Monday, July 29, 2013

Cloud-Aerosol Transport System (CATS) on the ISS

Sample data from the Cloud Physics Lidar -- a predecessor of CATS -- over the Western Atlantic is representative of airborne lidar data, showing cloud height and internal structure and boundary layer aerosol. 

Credit: NASA

Quick looks by a special CATS-eye attached to the International Space Station will help scientists catalog and track particles in Earth's atmosphere and act as a pathfinder for a new satellite planned for 2021.

Matthew McGill
"We're going to do operational Earth science that's new, looking at aerosols, pollution and clouds and real-time inputs to global climate models," said Matthew McGill, principal investigator for the Cloud-Aerosol Transport System (CATS) at NASA's Goddard Space Flight Center in Greenbelt, Md.

CATS will also help show NASA how to do low-cost, fast-turnaround payloads on station."

The approach is similar to low-cost Hitchhiker payloads—small studies that "hitched" a ride into orbit with larger investigations—that NASA flew on the space shuttle during 1984-2003.

"The International Space Station Program looked at our airborne Cloud Physics Lidar (CPL) instrument and its 15-year heritage flying near the edge of space [on the ER-2 aircraft] and asked, 'Can you put that in a box?'" McGill said.

"In other words, could we take this proven, autonomous aircraft instrument and transfer the design to be space station compatible, and CATS was born."

Weather satellites do a phenomenal job of monitoring clouds, air temperatures, moisture and other factors.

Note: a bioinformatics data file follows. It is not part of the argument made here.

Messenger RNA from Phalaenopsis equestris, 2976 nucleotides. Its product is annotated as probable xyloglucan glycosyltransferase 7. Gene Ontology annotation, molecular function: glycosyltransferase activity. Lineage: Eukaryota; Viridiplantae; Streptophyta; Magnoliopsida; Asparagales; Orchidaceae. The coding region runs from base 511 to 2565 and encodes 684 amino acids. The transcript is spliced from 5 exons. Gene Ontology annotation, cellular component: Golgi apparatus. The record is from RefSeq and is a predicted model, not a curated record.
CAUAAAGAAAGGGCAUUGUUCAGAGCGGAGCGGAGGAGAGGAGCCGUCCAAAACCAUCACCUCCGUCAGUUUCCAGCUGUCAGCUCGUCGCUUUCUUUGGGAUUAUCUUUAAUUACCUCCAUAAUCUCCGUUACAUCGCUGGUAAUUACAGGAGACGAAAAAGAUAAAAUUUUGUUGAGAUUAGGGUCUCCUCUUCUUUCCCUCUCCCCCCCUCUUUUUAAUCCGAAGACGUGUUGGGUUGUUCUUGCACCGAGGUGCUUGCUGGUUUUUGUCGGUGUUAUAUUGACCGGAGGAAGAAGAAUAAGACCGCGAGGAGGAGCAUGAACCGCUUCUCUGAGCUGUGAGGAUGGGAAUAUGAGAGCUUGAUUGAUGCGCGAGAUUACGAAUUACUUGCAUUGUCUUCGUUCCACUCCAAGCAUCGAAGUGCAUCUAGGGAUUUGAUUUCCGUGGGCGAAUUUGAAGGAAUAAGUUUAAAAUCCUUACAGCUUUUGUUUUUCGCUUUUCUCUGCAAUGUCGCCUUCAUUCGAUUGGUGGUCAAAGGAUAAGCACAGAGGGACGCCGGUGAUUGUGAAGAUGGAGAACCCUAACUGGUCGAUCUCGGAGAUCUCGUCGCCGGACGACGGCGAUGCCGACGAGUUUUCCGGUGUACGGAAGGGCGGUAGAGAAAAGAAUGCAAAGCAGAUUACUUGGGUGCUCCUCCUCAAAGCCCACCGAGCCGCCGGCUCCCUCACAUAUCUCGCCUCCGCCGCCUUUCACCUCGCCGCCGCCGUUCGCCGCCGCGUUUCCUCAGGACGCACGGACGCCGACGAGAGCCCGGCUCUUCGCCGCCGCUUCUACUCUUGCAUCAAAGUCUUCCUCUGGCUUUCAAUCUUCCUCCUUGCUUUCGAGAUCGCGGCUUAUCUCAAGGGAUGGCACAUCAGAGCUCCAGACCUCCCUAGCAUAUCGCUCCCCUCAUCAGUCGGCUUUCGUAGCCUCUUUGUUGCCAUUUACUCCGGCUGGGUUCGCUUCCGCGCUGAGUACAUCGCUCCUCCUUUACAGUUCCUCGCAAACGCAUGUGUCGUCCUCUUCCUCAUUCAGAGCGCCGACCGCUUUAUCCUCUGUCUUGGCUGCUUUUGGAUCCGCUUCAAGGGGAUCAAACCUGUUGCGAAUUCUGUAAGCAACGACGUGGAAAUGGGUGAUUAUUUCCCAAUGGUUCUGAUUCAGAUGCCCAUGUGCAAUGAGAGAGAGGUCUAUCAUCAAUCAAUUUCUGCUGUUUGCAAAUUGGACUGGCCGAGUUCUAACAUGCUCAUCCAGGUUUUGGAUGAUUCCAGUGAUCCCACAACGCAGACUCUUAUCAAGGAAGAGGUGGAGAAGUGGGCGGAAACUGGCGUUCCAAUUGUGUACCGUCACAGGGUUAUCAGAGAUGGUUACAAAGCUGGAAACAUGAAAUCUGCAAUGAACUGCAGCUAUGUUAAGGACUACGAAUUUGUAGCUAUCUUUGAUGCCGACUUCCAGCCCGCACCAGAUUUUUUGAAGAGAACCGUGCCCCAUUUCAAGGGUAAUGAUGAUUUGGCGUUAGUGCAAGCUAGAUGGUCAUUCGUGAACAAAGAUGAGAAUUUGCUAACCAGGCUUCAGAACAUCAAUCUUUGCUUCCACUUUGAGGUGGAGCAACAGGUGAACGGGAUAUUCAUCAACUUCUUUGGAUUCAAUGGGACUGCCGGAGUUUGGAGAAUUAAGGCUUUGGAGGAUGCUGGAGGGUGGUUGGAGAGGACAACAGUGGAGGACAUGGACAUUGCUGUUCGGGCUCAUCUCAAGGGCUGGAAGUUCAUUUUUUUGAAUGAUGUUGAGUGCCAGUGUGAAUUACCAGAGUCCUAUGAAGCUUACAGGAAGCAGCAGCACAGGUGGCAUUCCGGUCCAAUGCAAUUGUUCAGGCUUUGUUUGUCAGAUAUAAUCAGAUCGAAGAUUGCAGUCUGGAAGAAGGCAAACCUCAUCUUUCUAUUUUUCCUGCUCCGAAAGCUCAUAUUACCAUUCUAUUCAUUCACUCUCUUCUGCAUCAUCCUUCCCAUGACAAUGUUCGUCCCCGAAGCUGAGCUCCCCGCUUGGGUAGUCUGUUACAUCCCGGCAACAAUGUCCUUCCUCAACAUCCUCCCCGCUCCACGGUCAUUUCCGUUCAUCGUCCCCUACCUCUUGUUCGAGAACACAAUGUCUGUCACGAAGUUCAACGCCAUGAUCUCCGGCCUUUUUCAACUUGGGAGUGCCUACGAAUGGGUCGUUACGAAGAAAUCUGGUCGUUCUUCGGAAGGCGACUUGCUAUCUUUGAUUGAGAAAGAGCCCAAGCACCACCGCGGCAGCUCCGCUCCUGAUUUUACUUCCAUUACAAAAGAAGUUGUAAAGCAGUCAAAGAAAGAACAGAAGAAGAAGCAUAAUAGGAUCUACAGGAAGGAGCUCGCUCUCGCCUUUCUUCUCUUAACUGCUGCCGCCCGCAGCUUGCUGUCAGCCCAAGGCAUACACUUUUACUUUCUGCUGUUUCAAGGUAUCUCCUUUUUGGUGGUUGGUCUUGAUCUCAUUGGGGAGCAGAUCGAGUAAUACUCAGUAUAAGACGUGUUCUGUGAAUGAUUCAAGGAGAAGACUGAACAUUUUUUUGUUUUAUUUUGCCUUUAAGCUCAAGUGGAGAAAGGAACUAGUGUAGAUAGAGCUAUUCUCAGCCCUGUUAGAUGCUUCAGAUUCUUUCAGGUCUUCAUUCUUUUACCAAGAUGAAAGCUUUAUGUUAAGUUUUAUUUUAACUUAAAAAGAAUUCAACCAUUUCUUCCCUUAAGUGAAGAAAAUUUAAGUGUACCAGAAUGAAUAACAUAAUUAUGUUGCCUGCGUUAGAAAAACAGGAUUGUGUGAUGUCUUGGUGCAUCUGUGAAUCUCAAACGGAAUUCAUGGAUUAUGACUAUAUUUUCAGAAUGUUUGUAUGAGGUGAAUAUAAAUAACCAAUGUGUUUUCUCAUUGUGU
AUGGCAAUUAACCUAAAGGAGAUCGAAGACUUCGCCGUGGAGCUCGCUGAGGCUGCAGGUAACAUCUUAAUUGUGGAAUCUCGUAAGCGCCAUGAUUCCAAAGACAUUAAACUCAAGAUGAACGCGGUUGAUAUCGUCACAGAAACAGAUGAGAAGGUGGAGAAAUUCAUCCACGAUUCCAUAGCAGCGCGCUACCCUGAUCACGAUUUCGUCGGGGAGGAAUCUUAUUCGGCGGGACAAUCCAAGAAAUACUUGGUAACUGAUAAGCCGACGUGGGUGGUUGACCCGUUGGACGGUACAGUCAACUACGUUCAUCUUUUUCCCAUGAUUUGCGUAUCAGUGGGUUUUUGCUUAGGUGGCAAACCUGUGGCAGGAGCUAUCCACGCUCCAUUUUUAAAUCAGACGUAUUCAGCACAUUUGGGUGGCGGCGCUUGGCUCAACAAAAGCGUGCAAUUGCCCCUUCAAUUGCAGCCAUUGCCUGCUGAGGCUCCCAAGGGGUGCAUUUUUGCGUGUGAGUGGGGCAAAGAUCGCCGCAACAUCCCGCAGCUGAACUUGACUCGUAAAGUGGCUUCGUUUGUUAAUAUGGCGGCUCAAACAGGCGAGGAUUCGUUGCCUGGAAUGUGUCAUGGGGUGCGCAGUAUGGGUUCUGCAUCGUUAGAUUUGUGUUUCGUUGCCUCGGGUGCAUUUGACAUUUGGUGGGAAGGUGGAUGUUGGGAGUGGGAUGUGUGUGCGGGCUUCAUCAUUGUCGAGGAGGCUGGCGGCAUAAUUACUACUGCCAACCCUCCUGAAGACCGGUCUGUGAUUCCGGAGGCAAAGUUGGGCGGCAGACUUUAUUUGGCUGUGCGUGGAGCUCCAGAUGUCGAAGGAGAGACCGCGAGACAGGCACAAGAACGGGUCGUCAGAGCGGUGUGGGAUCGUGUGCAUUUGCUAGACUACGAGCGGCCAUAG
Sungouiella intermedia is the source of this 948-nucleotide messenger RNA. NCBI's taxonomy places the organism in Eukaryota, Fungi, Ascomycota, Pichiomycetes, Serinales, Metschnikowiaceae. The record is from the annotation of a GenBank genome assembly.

But measuring aerosols, whose role in weather and climate is a significant mystery, requires probing the air by using light in a manner similar to radar. This will be the job of the CATS investigation.

Aerosol means particles or droplets dissolved in air. The term is a century old, but humans have always been around them in the form of clouds, fog, smoke rising from a fire, exhaust from a car, spray from a sneeze, and even some emissions from plants.

Aerosols come in all shapes, sizes, populations, masses and other factors, making them a challenge for scientists trying to understand their impact on weather and climate.

"[Computer] models need to know if there is a layer of stuff in the atmosphere, its altitude—because that matters a lot—how thick that layer is, and what it is made of," McGill explained.

"The fundamental data from CATS will tell us if something is there, and then take ratios of different readings to tell us if it's ice, water or aerosols, and if it is an aerosol, is it dust, smoke or pollution."

This is a photo showing how payloads attach to the Exposed Facility of the Japanese Experiment Module on the International Space Station. 

The laser will always fire directly down from the space station into the atmosphere. 

Credit: NASA

Knowing what is where is important to understanding how energy is transported in the atmosphere. Particulates can absorb different quantities of sunlight or heat from surrounding air, and carry that energy to be released elsewhere.

Researchers also need to know how aerosol populations change during the day. Most Earth observing satellites are in polar orbits that cross the equator at the same local time.

That ensures an apples-to-apples comparison of data taken by multiple instruments across the years. But this also keeps them from observing the faster ebb and flow of some events in the atmosphere during the day or night. The space station's orbit will provide that coverage.

No comments:

Post a Comment